Mur­ray shows his true grit

Ten­nis: Scot claims first back-to-back Tour sin­gles wins since hip surgery

The Press and Journal (Aberdeen and Aberdeenshire) - - SPORT -

Andy Mur­ray was tired but happy af­ter com­ing through a gru­elling three-set show­down with Cameron Nor­rie to book his place in the quar­ter-fi­nals at the China Open.

The 32-year-old claimed his first back-to-back Tour sin­gles wins since un­der­go­ing hip surgery in Jan­uary with a 7-6 (6), 6-7 (4), 6-1 vic­tory over his fel­low Bri­ton in Bei­jing to make the last eight for the first time in 12 months.

How­ever he had to dig deep to do so, bat­tling through fa­tigue in the sec­ond set be­fore surg­ing across the fin­ish­ing line to set up a show­down with either top seed Do­minic Thiem or Chi­nese wild card Zhang Zhizhen to­mor­row.

There were flashes of the touch and plenty of the grit which took the for­mer world num­ber one to the pin­na­cle of the game in a con­test which lasted two hours and 52 min­utes.

Mur­ray said: “I’m tired – I just had a sleep be­fore com­ing. I’m re­ally tired.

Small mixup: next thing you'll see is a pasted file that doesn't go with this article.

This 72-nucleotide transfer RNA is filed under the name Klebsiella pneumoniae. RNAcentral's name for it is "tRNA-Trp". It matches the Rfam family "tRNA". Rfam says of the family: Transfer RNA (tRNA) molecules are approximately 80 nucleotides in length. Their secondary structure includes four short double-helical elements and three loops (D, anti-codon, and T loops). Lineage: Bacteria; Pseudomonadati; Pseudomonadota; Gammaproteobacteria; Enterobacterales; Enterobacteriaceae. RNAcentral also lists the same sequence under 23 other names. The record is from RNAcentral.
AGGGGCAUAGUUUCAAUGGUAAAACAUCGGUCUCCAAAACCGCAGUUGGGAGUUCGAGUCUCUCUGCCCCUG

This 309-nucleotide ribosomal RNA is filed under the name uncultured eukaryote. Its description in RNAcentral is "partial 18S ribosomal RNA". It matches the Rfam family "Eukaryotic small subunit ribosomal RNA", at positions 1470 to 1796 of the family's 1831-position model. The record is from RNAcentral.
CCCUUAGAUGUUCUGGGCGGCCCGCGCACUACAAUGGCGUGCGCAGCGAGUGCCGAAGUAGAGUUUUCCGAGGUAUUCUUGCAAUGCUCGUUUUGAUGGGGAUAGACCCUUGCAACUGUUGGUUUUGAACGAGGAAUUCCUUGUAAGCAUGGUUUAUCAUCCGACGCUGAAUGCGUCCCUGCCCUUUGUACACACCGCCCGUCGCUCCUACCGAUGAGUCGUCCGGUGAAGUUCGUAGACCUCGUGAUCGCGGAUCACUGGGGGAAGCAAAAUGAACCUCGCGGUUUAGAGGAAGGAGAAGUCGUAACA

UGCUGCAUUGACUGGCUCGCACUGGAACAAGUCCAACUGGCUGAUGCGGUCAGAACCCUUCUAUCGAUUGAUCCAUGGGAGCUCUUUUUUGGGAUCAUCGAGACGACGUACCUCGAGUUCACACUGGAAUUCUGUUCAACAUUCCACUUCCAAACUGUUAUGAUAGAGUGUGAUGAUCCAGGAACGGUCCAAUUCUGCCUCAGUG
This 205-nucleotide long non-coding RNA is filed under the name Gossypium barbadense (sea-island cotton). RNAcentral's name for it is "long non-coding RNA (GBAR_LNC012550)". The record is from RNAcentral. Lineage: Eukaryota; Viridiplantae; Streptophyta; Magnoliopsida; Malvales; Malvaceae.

“That’s the first time I’ve had to do that since I came back.

“It’s some­thing that I need to kind of get used to again, es­pe­cially play­ing at this level and that in­ten­sity.

“It was a good step for me. It’s great that I won the match.

“Whether I’d won or lost it, I was able to come out the fol­low­ing day and be com­pet­i­tive and play some good ten­nis. “But ob­vi­ously I’m happy I’ve got the day off to­mor­row to re­cover.”

The twice Wim­ble­don win­ner served for the first set at 5-3, but was bro­ken and Nor­rie also saved three set points in the tie-break be­fore a dou­ble fault handed it to his op­po­nent. How­ever, the Bri­tish num­ber three made Mur­ray pay in the sec­ond set as he raced into a 5-2 lead with the dou­ble Olympic gold medal­list wilt­ing.

He did sum­mon up im­pres­sive re­serves to square it at 5-5, but Nor­rie claimed the tie-break.

But far from ca­pit­u­lat­ing, Mur­ray re­sponded in dev­as­tat­ing fash­ion, se­cur­ing a dou­ble break as he claimed the first five games of the fi­nal set and even­tu­ally won it 6-1.

Mur­ray said: “The good thing about ten­nis is that you can change strat­egy.

“If you watched the end of the sec­ond set, pretty much the whole of the third set, I tried to keep the points short. I started com­ing to the net a lot more. My feel­ing was that the av­er­age rally length went down by quite a few shots.

“In the third set, I didn’t re­ally feel like out of breath af­ter any of the ral­lies, whereas in the mid­dle of the sec­ond set, I felt like there were three or four games where we were play­ing a lot of long points, but he was also dic­tat­ing the ral­lies.”

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